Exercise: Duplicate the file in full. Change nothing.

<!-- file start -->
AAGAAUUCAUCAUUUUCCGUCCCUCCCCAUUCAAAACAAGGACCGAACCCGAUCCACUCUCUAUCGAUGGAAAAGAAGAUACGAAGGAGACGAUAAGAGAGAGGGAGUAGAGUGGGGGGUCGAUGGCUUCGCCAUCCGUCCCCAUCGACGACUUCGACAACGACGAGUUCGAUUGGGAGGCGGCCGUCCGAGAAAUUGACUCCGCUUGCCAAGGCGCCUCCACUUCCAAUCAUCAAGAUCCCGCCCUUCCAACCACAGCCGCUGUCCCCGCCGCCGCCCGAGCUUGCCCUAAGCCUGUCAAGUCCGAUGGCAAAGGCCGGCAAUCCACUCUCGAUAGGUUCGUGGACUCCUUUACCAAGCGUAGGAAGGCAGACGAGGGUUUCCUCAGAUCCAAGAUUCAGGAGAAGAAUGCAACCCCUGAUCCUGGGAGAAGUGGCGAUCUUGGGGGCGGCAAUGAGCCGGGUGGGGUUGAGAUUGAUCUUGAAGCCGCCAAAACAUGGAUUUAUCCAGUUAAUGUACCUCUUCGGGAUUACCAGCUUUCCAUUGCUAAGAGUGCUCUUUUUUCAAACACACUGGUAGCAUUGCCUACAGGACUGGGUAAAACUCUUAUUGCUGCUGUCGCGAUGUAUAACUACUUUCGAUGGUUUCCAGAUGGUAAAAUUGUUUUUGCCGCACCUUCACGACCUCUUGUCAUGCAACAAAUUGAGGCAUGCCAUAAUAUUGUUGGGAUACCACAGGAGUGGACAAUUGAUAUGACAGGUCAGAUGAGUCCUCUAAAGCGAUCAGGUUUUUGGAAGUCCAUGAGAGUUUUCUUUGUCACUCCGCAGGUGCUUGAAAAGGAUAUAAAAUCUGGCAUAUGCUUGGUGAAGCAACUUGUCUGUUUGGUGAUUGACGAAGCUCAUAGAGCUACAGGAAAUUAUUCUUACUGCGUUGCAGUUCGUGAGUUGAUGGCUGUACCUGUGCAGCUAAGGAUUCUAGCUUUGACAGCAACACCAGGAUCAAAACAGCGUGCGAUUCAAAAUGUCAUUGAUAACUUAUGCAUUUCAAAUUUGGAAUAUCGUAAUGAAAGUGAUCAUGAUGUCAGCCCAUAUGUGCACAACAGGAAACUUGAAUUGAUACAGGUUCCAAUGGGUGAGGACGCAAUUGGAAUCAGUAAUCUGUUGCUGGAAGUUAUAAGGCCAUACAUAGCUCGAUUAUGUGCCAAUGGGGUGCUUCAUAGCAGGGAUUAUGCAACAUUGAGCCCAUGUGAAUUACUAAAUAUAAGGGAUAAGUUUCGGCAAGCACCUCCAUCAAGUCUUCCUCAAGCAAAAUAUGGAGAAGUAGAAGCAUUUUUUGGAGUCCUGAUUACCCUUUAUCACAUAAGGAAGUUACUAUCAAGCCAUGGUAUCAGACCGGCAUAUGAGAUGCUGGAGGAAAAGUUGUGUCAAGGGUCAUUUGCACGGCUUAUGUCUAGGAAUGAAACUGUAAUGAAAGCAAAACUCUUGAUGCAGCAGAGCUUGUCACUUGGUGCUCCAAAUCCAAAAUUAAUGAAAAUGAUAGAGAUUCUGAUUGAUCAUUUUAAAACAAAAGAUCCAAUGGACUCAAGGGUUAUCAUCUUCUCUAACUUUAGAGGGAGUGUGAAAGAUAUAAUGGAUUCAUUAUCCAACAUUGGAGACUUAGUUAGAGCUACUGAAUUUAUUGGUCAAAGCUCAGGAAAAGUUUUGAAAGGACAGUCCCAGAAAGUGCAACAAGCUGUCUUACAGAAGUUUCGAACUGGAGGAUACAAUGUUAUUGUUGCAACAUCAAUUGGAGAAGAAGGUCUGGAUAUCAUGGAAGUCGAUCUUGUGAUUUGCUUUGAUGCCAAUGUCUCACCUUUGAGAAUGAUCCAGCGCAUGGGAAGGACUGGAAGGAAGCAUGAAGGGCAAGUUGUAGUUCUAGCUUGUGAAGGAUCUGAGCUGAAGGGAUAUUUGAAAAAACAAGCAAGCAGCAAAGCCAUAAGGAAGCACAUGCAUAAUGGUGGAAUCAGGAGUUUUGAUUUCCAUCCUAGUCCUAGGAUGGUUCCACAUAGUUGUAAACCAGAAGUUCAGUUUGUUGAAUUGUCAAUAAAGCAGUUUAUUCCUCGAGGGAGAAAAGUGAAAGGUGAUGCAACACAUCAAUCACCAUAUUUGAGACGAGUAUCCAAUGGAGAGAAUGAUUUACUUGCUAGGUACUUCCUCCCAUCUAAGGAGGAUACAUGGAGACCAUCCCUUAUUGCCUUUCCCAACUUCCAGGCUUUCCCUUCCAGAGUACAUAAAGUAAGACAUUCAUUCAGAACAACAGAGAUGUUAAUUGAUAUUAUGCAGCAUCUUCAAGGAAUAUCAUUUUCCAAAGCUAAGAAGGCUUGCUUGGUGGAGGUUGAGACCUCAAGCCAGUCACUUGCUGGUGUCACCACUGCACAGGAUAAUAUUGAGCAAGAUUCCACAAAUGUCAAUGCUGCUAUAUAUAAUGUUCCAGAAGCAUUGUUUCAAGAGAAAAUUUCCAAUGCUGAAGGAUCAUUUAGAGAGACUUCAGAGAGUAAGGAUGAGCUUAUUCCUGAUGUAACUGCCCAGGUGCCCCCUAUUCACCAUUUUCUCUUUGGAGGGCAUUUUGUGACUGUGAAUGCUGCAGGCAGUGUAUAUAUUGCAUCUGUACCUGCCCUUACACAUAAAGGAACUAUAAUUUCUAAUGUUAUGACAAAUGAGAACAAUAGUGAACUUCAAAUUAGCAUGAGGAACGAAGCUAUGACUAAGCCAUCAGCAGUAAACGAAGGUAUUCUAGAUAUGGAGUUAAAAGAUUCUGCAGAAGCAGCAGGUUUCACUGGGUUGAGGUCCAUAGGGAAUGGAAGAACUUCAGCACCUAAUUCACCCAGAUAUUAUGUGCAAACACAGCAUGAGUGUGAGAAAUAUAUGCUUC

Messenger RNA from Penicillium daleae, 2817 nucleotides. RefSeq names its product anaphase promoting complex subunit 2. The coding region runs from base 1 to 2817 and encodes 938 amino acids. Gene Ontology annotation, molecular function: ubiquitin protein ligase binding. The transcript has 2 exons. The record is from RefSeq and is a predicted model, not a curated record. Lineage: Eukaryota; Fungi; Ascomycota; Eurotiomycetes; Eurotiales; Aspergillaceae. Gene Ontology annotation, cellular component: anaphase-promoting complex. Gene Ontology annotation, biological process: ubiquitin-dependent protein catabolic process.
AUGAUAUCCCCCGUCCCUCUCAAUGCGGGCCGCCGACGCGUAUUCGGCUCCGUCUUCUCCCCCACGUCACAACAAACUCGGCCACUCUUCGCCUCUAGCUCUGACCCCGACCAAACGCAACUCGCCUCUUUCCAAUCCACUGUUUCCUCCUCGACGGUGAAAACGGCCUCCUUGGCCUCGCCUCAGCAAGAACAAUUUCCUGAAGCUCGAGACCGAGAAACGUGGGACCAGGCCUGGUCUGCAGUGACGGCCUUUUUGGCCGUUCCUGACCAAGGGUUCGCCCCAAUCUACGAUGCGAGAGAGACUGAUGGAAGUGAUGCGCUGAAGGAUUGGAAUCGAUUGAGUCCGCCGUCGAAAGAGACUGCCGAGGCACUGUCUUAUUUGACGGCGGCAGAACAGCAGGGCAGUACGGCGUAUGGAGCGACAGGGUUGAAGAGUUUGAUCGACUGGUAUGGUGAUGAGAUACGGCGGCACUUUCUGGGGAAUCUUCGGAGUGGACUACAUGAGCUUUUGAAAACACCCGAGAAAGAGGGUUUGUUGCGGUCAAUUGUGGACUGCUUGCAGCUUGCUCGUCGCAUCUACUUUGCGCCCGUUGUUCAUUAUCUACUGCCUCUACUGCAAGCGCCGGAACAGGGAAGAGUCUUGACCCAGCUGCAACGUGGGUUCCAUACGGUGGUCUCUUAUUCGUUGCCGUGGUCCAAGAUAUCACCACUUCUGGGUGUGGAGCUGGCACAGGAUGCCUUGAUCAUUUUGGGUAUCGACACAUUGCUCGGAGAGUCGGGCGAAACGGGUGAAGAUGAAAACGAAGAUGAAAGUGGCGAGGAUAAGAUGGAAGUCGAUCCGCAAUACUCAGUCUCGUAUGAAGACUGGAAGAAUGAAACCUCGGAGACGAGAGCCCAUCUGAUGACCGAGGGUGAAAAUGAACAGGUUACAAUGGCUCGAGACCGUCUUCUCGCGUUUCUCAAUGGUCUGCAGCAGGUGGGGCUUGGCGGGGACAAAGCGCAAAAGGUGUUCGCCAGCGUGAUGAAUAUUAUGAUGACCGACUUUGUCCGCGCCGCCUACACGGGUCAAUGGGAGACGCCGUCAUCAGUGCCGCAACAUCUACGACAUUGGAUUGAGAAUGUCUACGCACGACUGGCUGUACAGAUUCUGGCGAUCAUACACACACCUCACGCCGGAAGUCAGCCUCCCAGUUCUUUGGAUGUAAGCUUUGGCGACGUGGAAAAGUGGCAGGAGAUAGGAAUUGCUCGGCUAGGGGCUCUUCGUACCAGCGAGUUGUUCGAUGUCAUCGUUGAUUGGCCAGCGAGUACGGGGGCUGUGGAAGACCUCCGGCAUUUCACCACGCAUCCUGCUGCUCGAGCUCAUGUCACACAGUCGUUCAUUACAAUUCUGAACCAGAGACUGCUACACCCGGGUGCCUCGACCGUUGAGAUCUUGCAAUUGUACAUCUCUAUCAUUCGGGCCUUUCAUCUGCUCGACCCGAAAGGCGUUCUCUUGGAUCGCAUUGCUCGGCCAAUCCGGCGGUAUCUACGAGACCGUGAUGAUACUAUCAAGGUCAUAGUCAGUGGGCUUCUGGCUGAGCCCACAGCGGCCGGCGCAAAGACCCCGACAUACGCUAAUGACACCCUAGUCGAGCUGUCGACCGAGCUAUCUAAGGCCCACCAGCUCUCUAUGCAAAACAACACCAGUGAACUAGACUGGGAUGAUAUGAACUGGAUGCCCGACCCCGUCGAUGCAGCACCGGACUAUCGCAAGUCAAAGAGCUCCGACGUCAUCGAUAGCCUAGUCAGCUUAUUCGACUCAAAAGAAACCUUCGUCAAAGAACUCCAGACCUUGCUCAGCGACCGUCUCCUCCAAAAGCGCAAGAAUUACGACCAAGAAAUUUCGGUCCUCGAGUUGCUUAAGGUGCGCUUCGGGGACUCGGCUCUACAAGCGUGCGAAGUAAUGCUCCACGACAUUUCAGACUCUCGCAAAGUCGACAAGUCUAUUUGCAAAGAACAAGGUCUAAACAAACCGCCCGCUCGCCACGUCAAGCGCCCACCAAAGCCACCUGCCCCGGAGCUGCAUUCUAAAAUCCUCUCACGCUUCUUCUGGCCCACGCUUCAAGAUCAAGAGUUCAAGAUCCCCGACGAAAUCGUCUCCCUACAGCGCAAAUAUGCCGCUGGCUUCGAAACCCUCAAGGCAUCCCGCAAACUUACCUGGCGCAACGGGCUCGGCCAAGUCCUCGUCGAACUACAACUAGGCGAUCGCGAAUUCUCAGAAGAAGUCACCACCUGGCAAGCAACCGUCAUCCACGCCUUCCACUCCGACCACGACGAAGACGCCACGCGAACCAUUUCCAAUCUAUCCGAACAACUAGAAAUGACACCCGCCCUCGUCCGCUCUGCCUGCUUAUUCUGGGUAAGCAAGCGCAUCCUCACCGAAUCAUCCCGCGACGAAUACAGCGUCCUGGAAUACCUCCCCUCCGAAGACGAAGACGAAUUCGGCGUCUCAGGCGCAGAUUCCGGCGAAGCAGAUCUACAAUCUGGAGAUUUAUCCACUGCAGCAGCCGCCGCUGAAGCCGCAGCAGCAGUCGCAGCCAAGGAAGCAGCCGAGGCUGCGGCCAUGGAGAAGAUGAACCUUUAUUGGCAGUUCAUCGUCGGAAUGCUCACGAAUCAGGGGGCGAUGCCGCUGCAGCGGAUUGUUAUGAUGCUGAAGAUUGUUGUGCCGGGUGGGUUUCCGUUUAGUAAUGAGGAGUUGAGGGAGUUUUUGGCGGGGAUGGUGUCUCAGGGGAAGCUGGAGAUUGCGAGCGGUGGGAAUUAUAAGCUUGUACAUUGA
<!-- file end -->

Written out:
AAGAAUUCAUCAUUUUCCGUCCCUCCCCAUUCAAAACAAGGACCGAACCCGAUCCACUCUCUAUCGAUGGAAAAGAAGAUACGAAGGAGACGAUAAGAGAGAGGGAGUAGAGUGGGGGGUCGAUGGCUUCGCCAUCCGUCCCCAUCGACGACUUCGACAACGACGAGUUCGAUUGGGAGGCGGCCGUCCGAGAAAUUGACUCCGCUUGCCAAGGCGCCUCCACUUCCAAUCAUCAAGAUCCCGCCCUUCCAACCACAGCCGCUGUCCCCGCCGCCGCCCGAGCUUGCCCUAAGCCUGUCAAGUCCGAUGGCAAAGGCCGGCAAUCCACUCUCGAUAGGUUCGUGGACUCCUUUACCAAGCGUAGGAAGGCAGACGAGGGUUUCCUCAGAUCCAAGAUUCAGGAGAAGAAUGCAACCCCUGAUCCUGGGAGAAGUGGCGAUCUUGGGGGCGGCAAUGAGCCGGGUGGGGUUGAGAUUGAUCUUGAAGCCGCCAAAACAUGGAUUUAUCCAGUUAAUGUACCUCUUCGGGAUUACCAGCUUUCCAUUGCUAAGAGUGCUCUUUUUUCAAACACACUGGUAGCAUUGCCUACAGGACUGGGUAAAACUCUUAUUGCUGCUGUCGCGAUGUAUAACUACUUUCGAUGGUUUCCAGAUGGUAAAAUUGUUUUUGCCGCACCUUCACGACCUCUUGUCAUGCAACAAAUUGAGGCAUGCCAUAAUAUUGUUGGGAUACCACAGGAGUGGACAAUUGAUAUGACAGGUCAGAUGAGUCCUCUAAAGCGAUCAGGUUUUUGGAAGUCCAUGAGAGUUUUCUUUGUCACUCCGCAGGUGCUUGAAAAGGAUAUAAAAUCUGGCAUAUGCUUGGUGAAGCAACUUGUCUGUUUGGUGAUUGACGAAGCUCAUAGAGCUACAGGAAAUUAUUCUUACUGCGUUGCAGUUCGUGAGUUGAUGGCUGUACCUGUGCAGCUAAGGAUUCUAGCUUUGACAGCAACACCAGGAUCAAAACAGCGUGCGAUUCAAAAUGUCAUUGAUAACUUAUGCAUUUCAAAUUUGGAAUAUCGUAAUGAAAGUGAUCAUGAUGUCAGCCCAUAUGUGCACAACAGGAAACUUGAAUUGAUACAGGUUCCAAUGGGUGAGGACGCAAUUGGAAUCAGUAAUCUGUUGCUGGAAGUUAUAAGGCCAUACAUAGCUCGAUUAUGUGCCAAUGGGGUGCUUCAUAGCAGGGAUUAUGCAACAUUGAGCCCAUGUGAAUUACUAAAUAUAAGGGAUAAGUUUCGGCAAGCACCUCCAUCAAGUCUUCCUCAAGCAAAAUAUGGAGAAGUAGAAGCAUUUUUUGGAGUCCUGAUUACCCUUUAUCACAUAAGGAAGUUACUAUCAAGCCAUGGUAUCAGACCGGCAUAUGAGAUGCUGGAGGAAAAGUUGUGUCAAGGGUCAUUUGCACGGCUUAUGUCUAGGAAUGAAACUGUAAUGAAAGCAAAACUCUUGAUGCAGCAGAGCUUGUCACUUGGUGCUCCAAAUCCAAAAUUAAUGAAAAUGAUAGAGAUUCUGAUUGAUCAUUUUAAAACAAAAGAUCCAAUGGACUCAAGGGUUAUCAUCUUCUCUAACUUUAGAGGGAGUGUGAAAGAUAUAAUGGAUUCAUUAUCCAACAUUGGAGACUUAGUUAGAGCUACUGAAUUUAUUGGUCAAAGCUCAGGAAAAGUUUUGAAAGGACAGUCCCAGAAAGUGCAACAAGCUGUCUUACAGAAGUUUCGAACUGGAGGAUACAAUGUUAUUGUUGCAACAUCAAUUGGAGAAGAAGGUCUGGAUAUCAUGGAAGUCGAUCUUGUGAUUUGCUUUGAUGCCAAUGUCUCACCUUUGAGAAUGAUCCAGCGCAUGGGAAGGACUGGAAGGAAGCAUGAAGGGCAAGUUGUAGUUCUAGCUUGUGAAGGAUCUGAGCUGAAGGGAUAUUUGAAAAAACAAGCAAGCAGCAAAGCCAUAAGGAAGCACAUGCAUAAUGGUGGAAUCAGGAGUUUUGAUUUCCAUCCUAGUCCUAGGAUGGUUCCACAUAGUUGUAAACCAGAAGUUCAGUUUGUUGAAUUGUCAAUAAAGCAGUUUAUUCCUCGAGGGAGAAAAGUGAAAGGUGAUGCAACACAUCAAUCACCAUAUUUGAGACGAGUAUCCAAUGGAGAGAAUGAUUUACUUGCUAGGUACUUCCUCCCAUCUAAGGAGGAUACAUGGAGACCAUCCCUUAUUGCCUUUCCCAACUUCCAGGCUUUCCCUUCCAGAGUACAUAAAGUAAGACAUUCAUUCAGAACAACAGAGAUGUUAAUUGAUAUUAUGCAGCAUCUUCAAGGAAUAUCAUUUUCCAAAGCUAAGAAGGCUUGCUUGGUGGAGGUUGAGACCUCAAGCCAGUCACUUGCUGGUGUCACCACUGCACAGGAUAAUAUUGAGCAAGAUUCCACAAAUGUCAAUGCUGCUAUAUAUAAUGUUCCAGAAGCAUUGUUUCAAGAGAAAAUUUCCAAUGCUGAAGGAUCAUUUAGAGAGACUUCAGAGAGUAAGGAUGAGCUUAUUCCUGAUGUAACUGCCCAGGUGCCCCCUAUUCACCAUUUUCUCUUUGGAGGGCAUUUUGUGACUGUGAAUGCUGCAGGCAGUGUAUAUAUUGCAUCUGUACCUGCCCUUACACAUAAAGGAACUAUAAUUUCUAAUGUUAUGACAAAUGAGAACAAUAGUGAACUUCAAAUUAGCAUGAGGAACGAAGCUAUGACUAAGCCAUCAGCAGUAAACGAAGGUAUUCUAGAUAUGGAGUUAAAAGAUUCUGCAGAAGCAGCAGGUUUCACUGGGUUGAGGUCCAUAGGGAAUGGAAGAACUUCAGCACCUAAUUCACCCAGAUAUUAUGUGCAAACACAGCAUGAGUGUGAGAAAUAUAUGCUUC

Messenger RNA from Penicillium daleae, 2817 nucleotides. RefSeq names its product anaphase promoting complex subunit 2. The coding region runs from base 1 to 2817 and encodes 938 amino acids. Gene Ontology annotation, molecular function: ubiquitin protein ligase binding. The transcript has 2 exons. The record is from RefSeq and is a predicted model, not a curated record. Lineage: Eukaryota; Fungi; Ascomycota; Eurotiomycetes; Eurotiales; Aspergillaceae. Gene Ontology annotation, cellular component: anaphase-promoting complex. Gene Ontology annotation, biological process: ubiquitin-dependent protein catabolic process.
AUGAUAUCCCCCGUCCCUCUCAAUGCGGGCCGCCGACGCGUAUUCGGCUCCGUCUUCUCCCCCACGUCACAACAAACUCGGCCACUCUUCGCCUCUAGCUCUGACCCCGACCAAACGCAACUCGCCUCUUUCCAAUCCACUGUUUCCUCCUCGACGGUGAAAACGGCCUCCUUGGCCUCGCCUCAGCAAGAACAAUUUCCUGAAGCUCGAGACCGAGAAACGUGGGACCAGGCCUGGUCUGCAGUGACGGCCUUUUUGGCCGUUCCUGACCAAGGGUUCGCCCCAAUCUACGAUGCGAGAGAGACUGAUGGAAGUGAUGCGCUGAAGGAUUGGAAUCGAUUGAGUCCGCCGUCGAAAGAGACUGCCGAGGCACUGUCUUAUUUGACGGCGGCAGAACAGCAGGGCAGUACGGCGUAUGGAGCGACAGGGUUGAAGAGUUUGAUCGACUGGUAUGGUGAUGAGAUACGGCGGCACUUUCUGGGGAAUCUUCGGAGUGGACUACAUGAGCUUUUGAAAACACCCGAGAAAGAGGGUUUGUUGCGGUCAAUUGUGGACUGCUUGCAGCUUGCUCGUCGCAUCUACUUUGCGCCCGUUGUUCAUUAUCUACUGCCUCUACUGCAAGCGCCGGAACAGGGAAGAGUCUUGACCCAGCUGCAACGUGGGUUCCAUACGGUGGUCUCUUAUUCGUUGCCGUGGUCCAAGAUAUCACCACUUCUGGGUGUGGAGCUGGCACAGGAUGCCUUGAUCAUUUUGGGUAUCGACACAUUGCUCGGAGAGUCGGGCGAAACGGGUGAAGAUGAAAACGAAGAUGAAAGUGGCGAGGAUAAGAUGGAAGUCGAUCCGCAAUACUCAGUCUCGUAUGAAGACUGGAAGAAUGAAACCUCGGAGACGAGAGCCCAUCUGAUGACCGAGGGUGAAAAUGAACAGGUUACAAUGGCUCGAGACCGUCUUCUCGCGUUUCUCAAUGGUCUGCAGCAGGUGGGGCUUGGCGGGGACAAAGCGCAAAAGGUGUUCGCCAGCGUGAUGAAUAUUAUGAUGACCGACUUUGUCCGCGCCGCCUACACGGGUCAAUGGGAGACGCCGUCAUCAGUGCCGCAACAUCUACGACAUUGGAUUGAGAAUGUCUACGCACGACUGGCUGUACAGAUUCUGGCGAUCAUACACACACCUCACGCCGGAAGUCAGCCUCCCAGUUCUUUGGAUGUAAGCUUUGGCGACGUGGAAAAGUGGCAGGAGAUAGGAAUUGCUCGGCUAGGGGCUCUUCGUACCAGCGAGUUGUUCGAUGUCAUCGUUGAUUGGCCAGCGAGUACGGGGGCUGUGGAAGACCUCCGGCAUUUCACCACGCAUCCUGCUGCUCGAGCUCAUGUCACACAGUCGUUCAUUACAAUUCUGAACCAGAGACUGCUACACCCGGGUGCCUCGACCGUUGAGAUCUUGCAAUUGUACAUCUCUAUCAUUCGGGCCUUUCAUCUGCUCGACCCGAAAGGCGUUCUCUUGGAUCGCAUUGCUCGGCCAAUCCGGCGGUAUCUACGAGACCGUGAUGAUACUAUCAAGGUCAUAGUCAGUGGGCUUCUGGCUGAGCCCACAGCGGCCGGCGCAAAGACCCCGACAUACGCUAAUGACACCCUAGUCGAGCUGUCGACCGAGCUAUCUAAGGCCCACCAGCUCUCUAUGCAAAACAACACCAGUGAACUAGACUGGGAUGAUAUGAACUGGAUGCCCGACCCCGUCGAUGCAGCACCGGACUAUCGCAAGUCAAAGAGCUCCGACGUCAUCGAUAGCCUAGUCAGCUUAUUCGACUCAAAAGAAACCUUCGUCAAAGAACUCCAGACCUUGCUCAGCGACCGUCUCCUCCAAAAGCGCAAGAAUUACGACCAAGAAAUUUCGGUCCUCGAGUUGCUUAAGGUGCGCUUCGGGGACUCGGCUCUACAAGCGUGCGAAGUAAUGCUCCACGACAUUUCAGACUCUCGCAAAGUCGACAAGUCUAUUUGCAAAGAACAAGGUCUAAACAAACCGCCCGCUCGCCACGUCAAGCGCCCACCAAAGCCACCUGCCCCGGAGCUGCAUUCUAAAAUCCUCUCACGCUUCUUCUGGCCCACGCUUCAAGAUCAAGAGUUCAAGAUCCCCGACGAAAUCGUCUCCCUACAGCGCAAAUAUGCCGCUGGCUUCGAAACCCUCAAGGCAUCCCGCAAACUUACCUGGCGCAACGGGCUCGGCCAAGUCCUCGUCGAACUACAACUAGGCGAUCGCGAAUUCUCAGAAGAAGUCACCACCUGGCAAGCAACCGUCAUCCACGCCUUCCACUCCGACCACGACGAAGACGCCACGCGAACCAUUUCCAAUCUAUCCGAACAACUAGAAAUGACACCCGCCCUCGUCCGCUCUGCCUGCUUAUUCUGGGUAAGCAAGCGCAUCCUCACCGAAUCAUCCCGCGACGAAUACAGCGUCCUGGAAUACCUCCCCUCCGAAGACGAAGACGAAUUCGGCGUCUCAGGCGCAGAUUCCGGCGAAGCAGAUCUACAAUCUGGAGAUUUAUCCACUGCAGCAGCCGCCGCUGAAGCCGCAGCAGCAGUCGCAGCCAAGGAAGCAGCCGAGGCUGCGGCCAUGGAGAAGAUGAACCUUUAUUGGCAGUUCAUCGUCGGAAUGCUCACGAAUCAGGGGGCGAUGCCGCUGCAGCGGAUUGUUAUGAUGCUGAAGAUUGUUGUGCCGGGUGGGUUUCCGUUUAGUAAUGAGGAGUUGAGGGAGUUUUUGGCGGGGAUGGUGUCUCAGGGGAAGCUGGAGAUUGCGAGCGGUGGGAAUUAUAAGCUUGUACAUUGA